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Depositional Environments and Reservoir Geology of Dibblee Sandstone, South Cuyama Field

C. D. Atkinson, G. C. Gaynor, W. J. Ebanks, Jr.

South Cuyama field is a structural trap located in the center of the Cuyama basin. The reservoir interval, the lower Miocene Dibblee sandstone, is approximately 400-500 ft (120-150 m) thick and is folded into a complexly faulted asymmetric anticline associated with a major transverse fault zone.

Active tectonically induced subsidence characterized the Cuyama basin during deposition of the Dibblee sandstone. The sandstones are massive plagioclase-rich lithic arkoses, intensely bioturbated, medium to coarse-grained, and only moderately consolidated. The sandstones were deposited as laterally extensive units, which have since been offset by numerous faults. Faunal evidence and burrow types, especially abundant Ophiomorpha, indicate that the sandstones were deposited in a marine-shelf environment. A large-scale coarsening-upward and then fining-upward grain-size trend indicates progradation and shallowing followed by transgression and deepening of the shelf.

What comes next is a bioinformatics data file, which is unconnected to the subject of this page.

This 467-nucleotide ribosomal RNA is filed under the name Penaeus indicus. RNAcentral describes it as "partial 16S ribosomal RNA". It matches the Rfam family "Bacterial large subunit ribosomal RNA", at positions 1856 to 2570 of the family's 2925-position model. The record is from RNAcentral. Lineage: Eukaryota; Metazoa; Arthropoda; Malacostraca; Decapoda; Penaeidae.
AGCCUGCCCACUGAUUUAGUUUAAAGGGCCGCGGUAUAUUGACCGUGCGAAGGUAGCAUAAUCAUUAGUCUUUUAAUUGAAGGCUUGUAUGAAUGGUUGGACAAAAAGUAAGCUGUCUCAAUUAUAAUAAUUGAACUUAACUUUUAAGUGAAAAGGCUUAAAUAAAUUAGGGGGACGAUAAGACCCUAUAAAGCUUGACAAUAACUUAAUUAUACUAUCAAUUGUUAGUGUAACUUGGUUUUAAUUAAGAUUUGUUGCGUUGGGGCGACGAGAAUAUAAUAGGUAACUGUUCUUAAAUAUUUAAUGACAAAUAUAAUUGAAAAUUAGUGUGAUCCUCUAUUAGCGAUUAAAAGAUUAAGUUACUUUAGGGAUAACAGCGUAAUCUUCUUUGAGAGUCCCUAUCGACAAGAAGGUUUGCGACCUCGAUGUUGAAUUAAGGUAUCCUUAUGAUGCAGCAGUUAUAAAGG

The sandstones have porosities of approximately 20-30% and permeabilities ranging from 10 to 2,500 md. Variations in reservoir quality result from changes in grain size and sorting, degree of carbonate cementation, and amount of authigenic clay present. Major reservoir heterogeneities include numerous sealing faults, laterally extensive intercalated sandy siltstones, and discontinuous zones of carbonate cemented nodules.

The Dibblee sandstone can be considered analogous to the shallow marine Upper Jurassic Fulmar Sandstones in the central North Sea. Both units are very similar in their sedimentological characteristics and were deposited on narrow shelves in tectonically active basin settings.

AAPG Search and Discovery Article #91035©1988 AAPG-SEPM-SEG Pacific Sections and SPWLA Annual Convention, Santa Barbara, California, 17-19 April 1988.